Crim. No. 322.
November 4, 1915.
APPEAL from a judgment of the Superior Court of Sacramento County and from an order denying a new trial. Malcolm C. Glenn, Judge.
The facts are stated in the opinion of the court.
Walsh Henry, R. P. Talbot, and Elliott Atkinson, for Appellant.
U.S. Webb, Attorney-General, and J. Charles Jones, Deputy Attorney-General, for Respondent.
The conviction was for the crime of lewd and lascivious conduct with a minor child and the appeal is from the judgment and the order denying a motion for a new trial.
1. The prosecutrix testified positively to facts constituting the offense and it was for the jury to determine whether she was telling the truth. We cannot say that her story is inherently improbable and no question of law is presented as to the sufficiency of the evidence to support the verdict. ( People v. Kuches, 120 Cal. 569, [52 P. 1002]; People v. Emerson, 130 Cal. 563, [ 62 P. 1069]; People v. Moore, 155 Cal. 241, [ 100 P. 688].)
2. Appellant complains of the action of the court in admitting evidence that prior to the alleged commission of the offense charged in the information he had exhibited to the prosecutrix a photograph of a naked woman. The fact is that the only objection made to the question was that no time or place was fixed. That objection was met, however, by a subsequent question and answer. But the evidence was admissible under various decisions of the appellate courts of this state. ( People v. Scott, 24 Cal.App. 440, [ 141 P. 945]; People v. Ah Leo, 28 Cal.App. 164, [ 151 P. 748].) In the latter case it is said by the second district court of appeal: "The testimony is admissible as corroborative of the main charge and as tending to show the disposition of the accused and his proneness to commit the crime of the particular nature involved."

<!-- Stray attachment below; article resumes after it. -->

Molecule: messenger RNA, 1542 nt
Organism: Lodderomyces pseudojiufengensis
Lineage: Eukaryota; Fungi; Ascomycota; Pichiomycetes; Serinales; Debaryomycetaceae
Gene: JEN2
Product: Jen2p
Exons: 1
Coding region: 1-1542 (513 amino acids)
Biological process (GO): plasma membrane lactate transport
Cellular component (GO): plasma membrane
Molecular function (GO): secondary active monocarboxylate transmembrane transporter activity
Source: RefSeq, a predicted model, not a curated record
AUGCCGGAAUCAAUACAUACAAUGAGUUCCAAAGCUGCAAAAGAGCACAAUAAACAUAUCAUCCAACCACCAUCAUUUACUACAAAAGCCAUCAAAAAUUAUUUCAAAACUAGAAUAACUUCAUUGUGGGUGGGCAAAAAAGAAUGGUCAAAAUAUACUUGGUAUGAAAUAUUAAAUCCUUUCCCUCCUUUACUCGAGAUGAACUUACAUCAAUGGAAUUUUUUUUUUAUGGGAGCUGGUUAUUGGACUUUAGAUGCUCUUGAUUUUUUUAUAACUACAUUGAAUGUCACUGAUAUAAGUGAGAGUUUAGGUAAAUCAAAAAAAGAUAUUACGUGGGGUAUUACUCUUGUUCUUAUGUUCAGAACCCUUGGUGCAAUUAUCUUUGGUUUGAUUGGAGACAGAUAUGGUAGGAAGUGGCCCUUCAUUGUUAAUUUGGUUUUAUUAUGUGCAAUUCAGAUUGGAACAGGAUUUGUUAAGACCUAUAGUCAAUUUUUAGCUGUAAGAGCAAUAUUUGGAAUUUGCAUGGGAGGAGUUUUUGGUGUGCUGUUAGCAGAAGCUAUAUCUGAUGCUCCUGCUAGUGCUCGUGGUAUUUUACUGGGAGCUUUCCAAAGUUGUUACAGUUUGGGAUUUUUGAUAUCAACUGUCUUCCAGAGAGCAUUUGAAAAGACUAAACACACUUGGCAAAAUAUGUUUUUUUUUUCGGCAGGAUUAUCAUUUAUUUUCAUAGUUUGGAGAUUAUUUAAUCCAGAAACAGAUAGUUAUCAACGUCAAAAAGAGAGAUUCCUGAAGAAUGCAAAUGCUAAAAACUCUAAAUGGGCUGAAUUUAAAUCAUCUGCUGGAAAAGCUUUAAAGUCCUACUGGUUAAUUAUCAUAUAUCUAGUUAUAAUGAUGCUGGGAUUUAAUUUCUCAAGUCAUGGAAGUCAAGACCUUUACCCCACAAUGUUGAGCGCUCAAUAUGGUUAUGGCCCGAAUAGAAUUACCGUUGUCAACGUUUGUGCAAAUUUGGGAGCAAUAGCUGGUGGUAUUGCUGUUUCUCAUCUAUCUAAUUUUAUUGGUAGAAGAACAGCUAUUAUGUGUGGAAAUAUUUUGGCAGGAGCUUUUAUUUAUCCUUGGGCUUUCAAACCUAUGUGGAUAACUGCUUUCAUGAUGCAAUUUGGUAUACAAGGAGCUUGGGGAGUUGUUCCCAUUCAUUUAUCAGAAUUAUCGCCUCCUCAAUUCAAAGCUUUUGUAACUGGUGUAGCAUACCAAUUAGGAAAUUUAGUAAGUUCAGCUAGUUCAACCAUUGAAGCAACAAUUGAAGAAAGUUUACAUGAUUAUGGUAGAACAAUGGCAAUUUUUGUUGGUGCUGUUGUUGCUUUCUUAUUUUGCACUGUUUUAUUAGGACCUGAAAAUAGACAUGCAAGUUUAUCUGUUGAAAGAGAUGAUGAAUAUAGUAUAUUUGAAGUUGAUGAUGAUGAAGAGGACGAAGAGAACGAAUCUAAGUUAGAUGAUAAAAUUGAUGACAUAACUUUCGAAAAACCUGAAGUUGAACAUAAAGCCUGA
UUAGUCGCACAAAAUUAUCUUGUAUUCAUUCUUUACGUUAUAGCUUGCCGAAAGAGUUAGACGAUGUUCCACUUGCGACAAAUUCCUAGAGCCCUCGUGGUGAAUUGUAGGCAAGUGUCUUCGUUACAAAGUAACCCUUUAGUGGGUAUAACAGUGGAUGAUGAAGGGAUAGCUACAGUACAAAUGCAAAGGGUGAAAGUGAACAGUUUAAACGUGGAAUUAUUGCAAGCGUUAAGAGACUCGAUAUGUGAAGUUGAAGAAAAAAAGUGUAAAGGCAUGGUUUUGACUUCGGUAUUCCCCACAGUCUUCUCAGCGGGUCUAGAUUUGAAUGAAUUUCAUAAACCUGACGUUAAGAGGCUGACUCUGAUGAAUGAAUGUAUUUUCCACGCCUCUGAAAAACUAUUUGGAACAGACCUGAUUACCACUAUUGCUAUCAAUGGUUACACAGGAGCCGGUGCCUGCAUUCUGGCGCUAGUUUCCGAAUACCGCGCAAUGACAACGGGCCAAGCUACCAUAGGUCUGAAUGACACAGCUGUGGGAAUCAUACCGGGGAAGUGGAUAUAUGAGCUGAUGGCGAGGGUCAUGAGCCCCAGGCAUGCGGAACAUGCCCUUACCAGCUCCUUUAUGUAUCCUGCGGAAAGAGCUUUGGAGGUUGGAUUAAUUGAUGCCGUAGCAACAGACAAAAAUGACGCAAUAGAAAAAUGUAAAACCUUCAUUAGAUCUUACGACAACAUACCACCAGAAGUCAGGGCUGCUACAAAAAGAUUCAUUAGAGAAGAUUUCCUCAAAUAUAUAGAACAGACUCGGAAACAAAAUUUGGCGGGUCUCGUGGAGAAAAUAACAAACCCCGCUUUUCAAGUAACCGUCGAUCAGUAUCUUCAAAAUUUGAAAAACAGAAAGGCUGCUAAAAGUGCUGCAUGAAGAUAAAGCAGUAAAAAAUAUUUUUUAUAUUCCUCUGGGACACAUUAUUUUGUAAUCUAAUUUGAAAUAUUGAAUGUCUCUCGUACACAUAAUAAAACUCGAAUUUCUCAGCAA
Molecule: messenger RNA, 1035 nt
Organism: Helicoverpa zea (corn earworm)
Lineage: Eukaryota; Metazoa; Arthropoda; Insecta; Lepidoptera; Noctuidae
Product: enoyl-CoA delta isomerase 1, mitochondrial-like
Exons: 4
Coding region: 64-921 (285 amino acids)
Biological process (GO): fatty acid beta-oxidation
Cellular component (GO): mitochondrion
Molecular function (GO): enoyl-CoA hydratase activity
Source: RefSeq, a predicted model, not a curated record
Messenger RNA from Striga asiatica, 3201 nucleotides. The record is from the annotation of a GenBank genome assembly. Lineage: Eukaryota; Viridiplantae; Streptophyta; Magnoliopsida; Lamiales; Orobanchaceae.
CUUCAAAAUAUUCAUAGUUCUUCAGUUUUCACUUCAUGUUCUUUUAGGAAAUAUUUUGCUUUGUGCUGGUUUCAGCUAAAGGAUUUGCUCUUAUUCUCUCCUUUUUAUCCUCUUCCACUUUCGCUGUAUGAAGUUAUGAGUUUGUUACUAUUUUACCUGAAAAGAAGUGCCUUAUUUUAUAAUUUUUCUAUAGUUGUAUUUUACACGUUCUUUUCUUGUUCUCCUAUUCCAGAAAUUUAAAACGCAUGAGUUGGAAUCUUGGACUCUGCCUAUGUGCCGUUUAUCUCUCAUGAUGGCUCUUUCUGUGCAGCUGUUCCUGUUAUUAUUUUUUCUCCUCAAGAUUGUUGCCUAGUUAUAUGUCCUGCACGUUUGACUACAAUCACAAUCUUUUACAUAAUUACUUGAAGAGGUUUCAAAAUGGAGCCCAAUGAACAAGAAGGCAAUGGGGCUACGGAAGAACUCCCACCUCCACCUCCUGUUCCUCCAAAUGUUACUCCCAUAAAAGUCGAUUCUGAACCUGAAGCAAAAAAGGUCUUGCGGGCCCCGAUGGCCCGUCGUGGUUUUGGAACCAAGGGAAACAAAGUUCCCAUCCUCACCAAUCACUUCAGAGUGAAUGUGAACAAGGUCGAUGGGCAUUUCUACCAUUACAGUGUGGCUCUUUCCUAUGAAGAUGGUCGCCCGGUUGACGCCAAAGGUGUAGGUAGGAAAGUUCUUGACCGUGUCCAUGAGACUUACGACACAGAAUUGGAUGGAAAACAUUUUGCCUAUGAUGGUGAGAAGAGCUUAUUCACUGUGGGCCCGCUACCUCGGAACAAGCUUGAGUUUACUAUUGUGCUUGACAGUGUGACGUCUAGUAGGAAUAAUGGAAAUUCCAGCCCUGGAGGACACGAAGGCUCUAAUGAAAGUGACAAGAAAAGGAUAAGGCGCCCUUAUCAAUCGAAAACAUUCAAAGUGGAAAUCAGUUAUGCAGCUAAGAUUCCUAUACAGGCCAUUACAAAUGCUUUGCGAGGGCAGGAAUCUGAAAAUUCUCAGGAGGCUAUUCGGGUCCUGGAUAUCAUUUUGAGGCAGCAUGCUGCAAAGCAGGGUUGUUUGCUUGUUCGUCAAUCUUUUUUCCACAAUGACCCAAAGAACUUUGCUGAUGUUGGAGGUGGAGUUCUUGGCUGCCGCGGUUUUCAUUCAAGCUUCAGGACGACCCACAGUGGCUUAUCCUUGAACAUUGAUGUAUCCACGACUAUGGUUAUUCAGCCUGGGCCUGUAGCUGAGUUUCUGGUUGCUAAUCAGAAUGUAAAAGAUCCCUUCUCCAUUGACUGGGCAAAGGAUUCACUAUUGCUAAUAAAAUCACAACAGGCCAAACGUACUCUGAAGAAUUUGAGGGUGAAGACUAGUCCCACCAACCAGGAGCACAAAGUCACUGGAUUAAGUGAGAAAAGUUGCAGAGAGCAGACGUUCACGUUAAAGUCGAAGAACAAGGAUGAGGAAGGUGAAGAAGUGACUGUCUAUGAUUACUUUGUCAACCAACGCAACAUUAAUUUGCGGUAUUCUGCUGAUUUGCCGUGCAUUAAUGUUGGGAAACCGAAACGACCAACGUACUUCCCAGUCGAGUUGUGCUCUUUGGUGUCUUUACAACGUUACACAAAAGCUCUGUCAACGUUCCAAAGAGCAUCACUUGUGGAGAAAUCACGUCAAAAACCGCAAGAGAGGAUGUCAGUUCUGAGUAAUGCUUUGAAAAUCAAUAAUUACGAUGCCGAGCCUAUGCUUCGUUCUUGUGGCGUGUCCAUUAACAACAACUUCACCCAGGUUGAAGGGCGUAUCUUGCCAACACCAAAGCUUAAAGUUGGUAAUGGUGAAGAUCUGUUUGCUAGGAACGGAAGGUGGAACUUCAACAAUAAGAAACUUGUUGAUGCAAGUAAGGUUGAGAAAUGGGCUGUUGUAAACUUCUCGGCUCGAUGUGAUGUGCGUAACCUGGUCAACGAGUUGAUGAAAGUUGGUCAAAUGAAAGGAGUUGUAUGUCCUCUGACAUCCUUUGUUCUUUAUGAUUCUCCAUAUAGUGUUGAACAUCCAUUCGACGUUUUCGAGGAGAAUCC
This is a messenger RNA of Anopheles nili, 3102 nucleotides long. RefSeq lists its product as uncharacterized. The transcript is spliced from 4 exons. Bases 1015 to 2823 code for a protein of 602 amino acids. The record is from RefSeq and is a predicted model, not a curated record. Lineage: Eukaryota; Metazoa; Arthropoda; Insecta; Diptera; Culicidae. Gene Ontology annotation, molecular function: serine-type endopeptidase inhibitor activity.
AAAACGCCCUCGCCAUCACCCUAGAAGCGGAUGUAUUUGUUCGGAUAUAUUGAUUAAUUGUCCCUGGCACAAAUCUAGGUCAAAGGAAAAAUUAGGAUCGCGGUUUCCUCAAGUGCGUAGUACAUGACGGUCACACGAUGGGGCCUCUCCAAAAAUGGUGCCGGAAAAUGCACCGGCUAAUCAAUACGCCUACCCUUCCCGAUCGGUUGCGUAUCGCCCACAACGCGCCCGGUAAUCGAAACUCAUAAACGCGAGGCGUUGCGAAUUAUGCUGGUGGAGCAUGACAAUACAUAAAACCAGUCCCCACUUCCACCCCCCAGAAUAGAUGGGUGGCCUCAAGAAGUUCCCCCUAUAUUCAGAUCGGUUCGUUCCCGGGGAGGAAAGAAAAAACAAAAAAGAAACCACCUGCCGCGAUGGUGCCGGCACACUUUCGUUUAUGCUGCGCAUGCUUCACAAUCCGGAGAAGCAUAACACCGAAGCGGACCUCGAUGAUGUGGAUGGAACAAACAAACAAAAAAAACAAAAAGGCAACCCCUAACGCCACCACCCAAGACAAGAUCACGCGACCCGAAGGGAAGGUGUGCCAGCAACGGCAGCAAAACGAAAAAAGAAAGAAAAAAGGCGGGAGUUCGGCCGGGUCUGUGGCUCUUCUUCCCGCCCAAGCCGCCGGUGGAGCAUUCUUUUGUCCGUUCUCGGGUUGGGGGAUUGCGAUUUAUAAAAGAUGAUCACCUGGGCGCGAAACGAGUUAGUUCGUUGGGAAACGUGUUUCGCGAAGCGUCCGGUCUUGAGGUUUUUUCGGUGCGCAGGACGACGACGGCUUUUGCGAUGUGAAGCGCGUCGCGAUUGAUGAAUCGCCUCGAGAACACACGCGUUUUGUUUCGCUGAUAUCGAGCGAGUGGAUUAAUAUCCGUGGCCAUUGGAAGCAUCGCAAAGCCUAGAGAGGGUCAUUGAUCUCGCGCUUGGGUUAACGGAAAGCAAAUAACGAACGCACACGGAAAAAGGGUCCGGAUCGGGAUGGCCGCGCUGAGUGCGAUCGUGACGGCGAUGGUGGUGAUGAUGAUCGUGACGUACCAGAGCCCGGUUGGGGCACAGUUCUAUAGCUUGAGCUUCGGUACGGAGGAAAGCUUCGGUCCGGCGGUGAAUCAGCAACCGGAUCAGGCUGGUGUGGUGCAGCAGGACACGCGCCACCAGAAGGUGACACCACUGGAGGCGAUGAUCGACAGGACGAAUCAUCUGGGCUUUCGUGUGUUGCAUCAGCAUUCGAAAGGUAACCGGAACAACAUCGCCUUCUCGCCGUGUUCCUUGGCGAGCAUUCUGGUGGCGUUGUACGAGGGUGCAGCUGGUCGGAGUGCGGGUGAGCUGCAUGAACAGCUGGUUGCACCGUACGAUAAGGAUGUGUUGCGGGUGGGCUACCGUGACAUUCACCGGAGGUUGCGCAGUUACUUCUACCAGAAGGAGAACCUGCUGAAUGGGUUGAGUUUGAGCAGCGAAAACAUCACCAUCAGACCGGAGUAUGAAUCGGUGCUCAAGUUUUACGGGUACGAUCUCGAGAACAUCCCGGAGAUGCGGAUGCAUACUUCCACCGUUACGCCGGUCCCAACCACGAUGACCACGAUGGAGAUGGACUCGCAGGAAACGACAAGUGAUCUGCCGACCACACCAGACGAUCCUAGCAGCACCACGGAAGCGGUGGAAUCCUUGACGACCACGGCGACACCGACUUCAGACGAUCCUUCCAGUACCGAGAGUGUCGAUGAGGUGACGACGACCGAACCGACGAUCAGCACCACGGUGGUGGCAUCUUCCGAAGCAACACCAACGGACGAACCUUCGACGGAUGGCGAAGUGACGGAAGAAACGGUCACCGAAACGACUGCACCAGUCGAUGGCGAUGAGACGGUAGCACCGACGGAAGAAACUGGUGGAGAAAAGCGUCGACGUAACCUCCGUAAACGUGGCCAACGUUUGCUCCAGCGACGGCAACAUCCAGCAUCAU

3. The only other point made relates to the declared misconduct of the district attorney while addressing the jury, in calling the defendant "the dirty old scoundrel." We cannot say that the expression was in very good form. It is better, of course, to avoid such manner of speech but no prejudicial error was committed thereby. Besides, the jury were advised by the trial judge to disregard the word "scoundrel." In People v. Glaze, 139 Cal. 159, [ 72 P. 965] the defendant was denounced by the district attorney as "the foul fiend from hell." The characterization was certainly as strong as in the case at bar and the language of the supreme court, with the proper charge as to the nature of the offense, may be applied here: "The evidence tended to show that he was guilty. If he was guilty he certainly deserved the denunciation complained of. A defendant on trial for murder is not entitled as of right to be spoken of as if he were an innocent man in an argument by the officer who is endeavoring to show that the evidence proves him guilty."
We discover no reason for reversing the cause and the judgment and order are affirmed.
Chipman, P. J., and Hart, J., concurred.
A petition to have the cause heard in the supreme court, after judgment in the district court of appeal, was denied by the supreme court on January 3, 1916. (See Burke v. Maze, 10 Cal.App. 206, 211, [ 101 P. 438, 440].)